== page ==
In Spain, the novel about the rogue or pícaro was a recognized form, and such English novels as Defoe’s The Fortunate Mistress (1724) can be regarded as picaresque in the etymological sense. But the term has come to connote as much the episodic nature of the original species as the dynamic of roguery. Fielding’s Tom Jones, whose hero is a bastard, amoral, and very nearly gallows-meat, has been called picaresque, and the Pickwick Papers of Dickens–whose eponym is a respectable and even childishly ingenuous scholar–can be accommodated in the category.
The requirements for a picaresque novel are apparently length, loosely linked episodes almost complete in themselves, intrigue, fights, amorous adventure, and such optional items as stories within the main narrative, songs, poems, or moral homilies. Perhaps inevitably, with such a structure or lack of it, the driving force must come from a wild or roguish rejection of the settled bourgeois life, a desire for the open road, with adventures in inn bedrooms and meetings with questionable wanderers. In the modern period, Saul Bellow’s Adventures of Augie March (1953) and Jack Kerouac’s Dharma Bums (1959) have something of the right episodic, wandering, free, questing character. But in an age that lacks the unquestioning acceptance of traditional morality against which the old picaresque heroes played out their villainous lives, it is not easy to revive the novela picaresca as the anonymous author of Lazarillo de Tormes (1554) conceived it, or as such lesser Spanish writers of the beginning of the 17th century as Mateo Alemán, Vicente Espinel, and Luis Vélez de Guevara developed it. The modern criminal wars with the police rather than with society, and his career is one of closed and narrow techniques, not compatible with the gay abandon of the true pícaro.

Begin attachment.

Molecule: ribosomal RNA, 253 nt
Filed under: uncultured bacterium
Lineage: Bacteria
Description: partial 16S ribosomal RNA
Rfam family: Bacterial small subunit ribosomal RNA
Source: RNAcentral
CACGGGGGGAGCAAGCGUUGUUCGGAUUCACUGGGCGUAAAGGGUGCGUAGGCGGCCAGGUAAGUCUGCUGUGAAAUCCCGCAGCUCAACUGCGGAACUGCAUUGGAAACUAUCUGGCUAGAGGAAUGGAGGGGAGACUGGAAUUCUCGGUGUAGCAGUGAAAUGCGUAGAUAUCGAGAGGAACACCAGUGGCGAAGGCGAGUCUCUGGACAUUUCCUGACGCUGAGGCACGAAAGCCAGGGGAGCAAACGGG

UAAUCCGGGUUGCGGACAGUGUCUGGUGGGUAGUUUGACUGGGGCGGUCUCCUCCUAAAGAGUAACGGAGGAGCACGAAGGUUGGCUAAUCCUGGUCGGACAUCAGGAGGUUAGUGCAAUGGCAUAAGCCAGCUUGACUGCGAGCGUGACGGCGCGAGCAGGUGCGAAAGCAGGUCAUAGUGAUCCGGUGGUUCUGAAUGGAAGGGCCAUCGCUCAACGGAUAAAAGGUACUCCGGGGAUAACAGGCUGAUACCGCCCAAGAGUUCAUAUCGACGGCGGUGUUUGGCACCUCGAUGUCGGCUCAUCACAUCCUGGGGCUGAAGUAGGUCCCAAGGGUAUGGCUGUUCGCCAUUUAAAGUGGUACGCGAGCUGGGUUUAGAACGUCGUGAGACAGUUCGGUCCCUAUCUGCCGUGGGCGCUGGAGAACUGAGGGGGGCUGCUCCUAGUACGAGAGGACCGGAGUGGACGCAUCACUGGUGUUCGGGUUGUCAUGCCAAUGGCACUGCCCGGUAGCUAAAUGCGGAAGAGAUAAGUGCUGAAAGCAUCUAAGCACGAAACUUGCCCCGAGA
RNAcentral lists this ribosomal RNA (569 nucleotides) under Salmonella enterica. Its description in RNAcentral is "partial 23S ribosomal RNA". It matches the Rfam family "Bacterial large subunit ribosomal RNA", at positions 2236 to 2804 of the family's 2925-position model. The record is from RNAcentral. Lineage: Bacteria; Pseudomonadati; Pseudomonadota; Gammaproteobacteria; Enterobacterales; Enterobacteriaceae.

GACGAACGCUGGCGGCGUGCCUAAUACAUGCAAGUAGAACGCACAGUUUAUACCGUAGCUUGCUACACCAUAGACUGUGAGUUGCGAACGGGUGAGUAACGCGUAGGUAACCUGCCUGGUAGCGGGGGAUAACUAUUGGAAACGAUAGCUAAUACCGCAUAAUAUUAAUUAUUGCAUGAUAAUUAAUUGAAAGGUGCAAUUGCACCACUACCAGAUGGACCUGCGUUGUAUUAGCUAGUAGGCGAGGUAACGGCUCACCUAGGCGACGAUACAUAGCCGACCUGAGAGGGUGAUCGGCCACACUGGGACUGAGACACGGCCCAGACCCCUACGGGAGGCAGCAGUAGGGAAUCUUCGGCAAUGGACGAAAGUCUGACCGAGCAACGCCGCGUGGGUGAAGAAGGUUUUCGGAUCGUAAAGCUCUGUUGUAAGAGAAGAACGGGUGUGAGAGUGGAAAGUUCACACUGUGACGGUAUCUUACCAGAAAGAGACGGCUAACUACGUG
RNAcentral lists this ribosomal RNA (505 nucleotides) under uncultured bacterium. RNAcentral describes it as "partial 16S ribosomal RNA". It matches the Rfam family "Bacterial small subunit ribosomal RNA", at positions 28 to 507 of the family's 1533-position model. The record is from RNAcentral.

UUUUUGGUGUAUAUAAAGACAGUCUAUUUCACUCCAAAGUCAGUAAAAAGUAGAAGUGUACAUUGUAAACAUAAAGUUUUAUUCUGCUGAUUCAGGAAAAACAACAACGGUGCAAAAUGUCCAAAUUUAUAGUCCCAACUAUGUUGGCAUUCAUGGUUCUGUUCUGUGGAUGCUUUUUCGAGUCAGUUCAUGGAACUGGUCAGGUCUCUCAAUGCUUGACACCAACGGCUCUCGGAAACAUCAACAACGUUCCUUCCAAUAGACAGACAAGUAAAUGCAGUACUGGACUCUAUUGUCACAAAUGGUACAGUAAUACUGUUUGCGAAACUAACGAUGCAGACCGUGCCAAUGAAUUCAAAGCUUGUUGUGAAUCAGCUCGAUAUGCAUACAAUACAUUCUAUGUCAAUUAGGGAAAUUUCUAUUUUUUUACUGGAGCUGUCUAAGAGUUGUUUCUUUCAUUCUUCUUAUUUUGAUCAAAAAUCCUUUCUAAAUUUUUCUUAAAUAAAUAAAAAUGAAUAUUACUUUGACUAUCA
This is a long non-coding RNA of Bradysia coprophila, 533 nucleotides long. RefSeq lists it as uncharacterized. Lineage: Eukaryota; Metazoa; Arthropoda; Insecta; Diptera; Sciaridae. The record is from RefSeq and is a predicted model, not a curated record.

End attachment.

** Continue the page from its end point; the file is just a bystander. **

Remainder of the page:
... by the strong theme of travel and quest, reminiscent of adventure and picaresque novels, which tend to employ such a dramatic structure. ... Traveller. Other examples of picaresque novels are Daniel Defoe’s Moll Flanders, Henry Fielding’s Joseph Andrews, Tobias Smolett’s The Adventures of Roderick Random ...